Why am I bringing up Hansen’s Disease? Because the disfigurement and sometimes loss of hands, eyes, and feet is caused by no pain. The infecting bacteria produce an anesthetization that keeps the infected person from noticing a sliced foot, a burned hand, or an infected eye. Left untreated, these painless wounds allow infection to rage and gangrene to set in, often resulting in amputation. So we can see the reasoning behind Philip Yancey’s assertion that pain is a gift.

Pain is the body’s alarm system that something is wrong. Pain alerts us to a bee sting, a cut finger, a dislocated vertebra, or an infected appendix. Without pain we would not know we need treatment. Usually, the worse the injury or disease, the worse the pain.

Chronic and debilitating pain

While we readily understand the benefit of pain, chronic pain and debilitating agony certainly are not gifts. Millions worldwide live with both physical and emotional pain, enduring indescribable misery at incalculable financial and relational cost. Physical pain often leads to emotional pain, sometimes with heartbreaking outcomes. Chris’s father lived in constant pain from a ruptured disc. He escaped into alcoholism and, at age 50, committed suicide. His physical pain produced emotional damage to his family. Leilani pointed out how exhausting constant pain can be, wearing patience thin and draining hope. Chris confessed that pain affected his ability to relate to God, to other people, and tempted him to think about suicide. Sandra said, “I often thought about what it would be like to shoot myself or drive my car off a bridge.”

We are blessed to live in a day and age when sophisticated diagnosis, treatment, and medications are available. But even with modern medicine, pain persists. What happens when it becomes a fact of life for you?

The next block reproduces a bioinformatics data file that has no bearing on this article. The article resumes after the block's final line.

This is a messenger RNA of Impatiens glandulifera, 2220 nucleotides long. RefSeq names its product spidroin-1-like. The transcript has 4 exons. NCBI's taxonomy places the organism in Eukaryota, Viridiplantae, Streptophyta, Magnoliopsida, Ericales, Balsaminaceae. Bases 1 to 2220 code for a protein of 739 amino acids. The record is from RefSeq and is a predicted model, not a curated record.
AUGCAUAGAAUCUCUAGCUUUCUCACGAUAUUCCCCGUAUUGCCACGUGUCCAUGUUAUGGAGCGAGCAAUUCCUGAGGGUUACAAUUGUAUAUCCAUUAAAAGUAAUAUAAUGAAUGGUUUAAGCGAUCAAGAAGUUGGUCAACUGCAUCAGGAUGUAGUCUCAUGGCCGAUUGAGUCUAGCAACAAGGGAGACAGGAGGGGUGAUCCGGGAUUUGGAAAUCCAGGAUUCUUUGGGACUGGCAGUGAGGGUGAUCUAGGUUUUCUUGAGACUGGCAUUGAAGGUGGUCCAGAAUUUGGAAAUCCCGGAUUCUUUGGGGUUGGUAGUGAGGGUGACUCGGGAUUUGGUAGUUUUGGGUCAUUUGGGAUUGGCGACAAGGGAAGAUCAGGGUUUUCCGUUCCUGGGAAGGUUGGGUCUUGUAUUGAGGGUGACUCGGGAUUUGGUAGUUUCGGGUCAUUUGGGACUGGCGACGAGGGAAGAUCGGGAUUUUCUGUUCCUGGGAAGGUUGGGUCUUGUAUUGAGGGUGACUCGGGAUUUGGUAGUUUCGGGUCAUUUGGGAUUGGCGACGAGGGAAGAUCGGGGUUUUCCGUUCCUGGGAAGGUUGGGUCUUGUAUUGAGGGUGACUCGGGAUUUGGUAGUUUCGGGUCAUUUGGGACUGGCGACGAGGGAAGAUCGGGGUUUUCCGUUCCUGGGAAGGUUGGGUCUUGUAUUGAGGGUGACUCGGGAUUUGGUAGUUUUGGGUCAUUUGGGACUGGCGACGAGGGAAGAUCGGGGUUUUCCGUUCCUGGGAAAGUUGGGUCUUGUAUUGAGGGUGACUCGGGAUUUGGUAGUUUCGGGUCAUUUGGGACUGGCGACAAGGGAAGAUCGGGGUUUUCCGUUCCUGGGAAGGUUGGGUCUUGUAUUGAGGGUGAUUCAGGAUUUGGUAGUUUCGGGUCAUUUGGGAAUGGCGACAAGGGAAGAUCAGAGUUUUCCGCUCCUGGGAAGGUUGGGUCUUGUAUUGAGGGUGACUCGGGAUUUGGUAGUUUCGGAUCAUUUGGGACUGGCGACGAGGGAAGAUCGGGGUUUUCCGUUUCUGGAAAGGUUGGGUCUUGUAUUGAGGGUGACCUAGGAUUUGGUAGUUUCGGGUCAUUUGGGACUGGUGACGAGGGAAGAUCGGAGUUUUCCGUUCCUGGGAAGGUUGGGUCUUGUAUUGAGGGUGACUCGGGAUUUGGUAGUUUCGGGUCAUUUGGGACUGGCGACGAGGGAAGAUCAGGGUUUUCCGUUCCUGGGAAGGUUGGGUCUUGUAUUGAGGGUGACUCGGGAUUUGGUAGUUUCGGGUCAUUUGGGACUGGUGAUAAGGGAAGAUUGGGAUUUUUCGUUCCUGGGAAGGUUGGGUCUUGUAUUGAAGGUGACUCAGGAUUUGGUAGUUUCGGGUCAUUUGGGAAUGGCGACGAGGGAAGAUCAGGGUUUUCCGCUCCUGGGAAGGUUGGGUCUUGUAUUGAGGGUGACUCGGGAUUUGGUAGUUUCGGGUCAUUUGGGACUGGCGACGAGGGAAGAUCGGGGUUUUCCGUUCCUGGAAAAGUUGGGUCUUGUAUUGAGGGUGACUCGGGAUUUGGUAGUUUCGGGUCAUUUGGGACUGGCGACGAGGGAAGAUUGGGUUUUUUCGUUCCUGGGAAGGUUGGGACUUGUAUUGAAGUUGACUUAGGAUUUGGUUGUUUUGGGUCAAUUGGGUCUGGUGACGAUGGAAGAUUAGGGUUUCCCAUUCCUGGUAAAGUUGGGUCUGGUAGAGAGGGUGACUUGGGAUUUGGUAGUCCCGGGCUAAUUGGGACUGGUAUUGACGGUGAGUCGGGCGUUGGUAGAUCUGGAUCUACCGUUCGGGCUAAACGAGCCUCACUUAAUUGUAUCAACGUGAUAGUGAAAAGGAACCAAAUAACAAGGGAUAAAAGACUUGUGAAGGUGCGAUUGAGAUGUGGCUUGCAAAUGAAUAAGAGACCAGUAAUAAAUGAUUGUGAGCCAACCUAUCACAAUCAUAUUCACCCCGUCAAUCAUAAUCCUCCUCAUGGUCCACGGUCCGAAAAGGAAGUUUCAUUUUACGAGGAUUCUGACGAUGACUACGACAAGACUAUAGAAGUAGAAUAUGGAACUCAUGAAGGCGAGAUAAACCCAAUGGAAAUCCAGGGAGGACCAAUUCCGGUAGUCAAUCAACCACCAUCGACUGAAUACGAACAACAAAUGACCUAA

Surviving the Pain

How we deal with pain is highly personal. We have learned that a positive attitude is invaluable and a strong will to survive carries some people for a long time. Norman Cousins was given a few months to live in 1964. He had Ankylosing Spondylitis, a rare disease of the connective tissues. He was told that he had a 1 in 500 chance of survival. He responded by choosing to live around those who believed he could survive and did not have “the culture of defeat.” Most notably, he watched comedies for hours and claimed that laughter alleviated much of his pain. He died in 1990, twenty-six years after the diagnosis.[1]

 

It’s normal to respond to long-term pain with anger and frustration. Sandra wrote that, “The longer this journey continued, the more frustrated and angry I became with God. Why hasn’t he healed me? I had family and friends who were praying. I had been anointed and prayed for by my pastor. My dad was anointed for me at his church. Why wasn’t he helping the doctors figure out what was going on? I just wanted to get my life back.” Chris was frustrated by the burden that his pain created for his wife, although she never complained. Feeling trapped by pain also leads to depression or worse.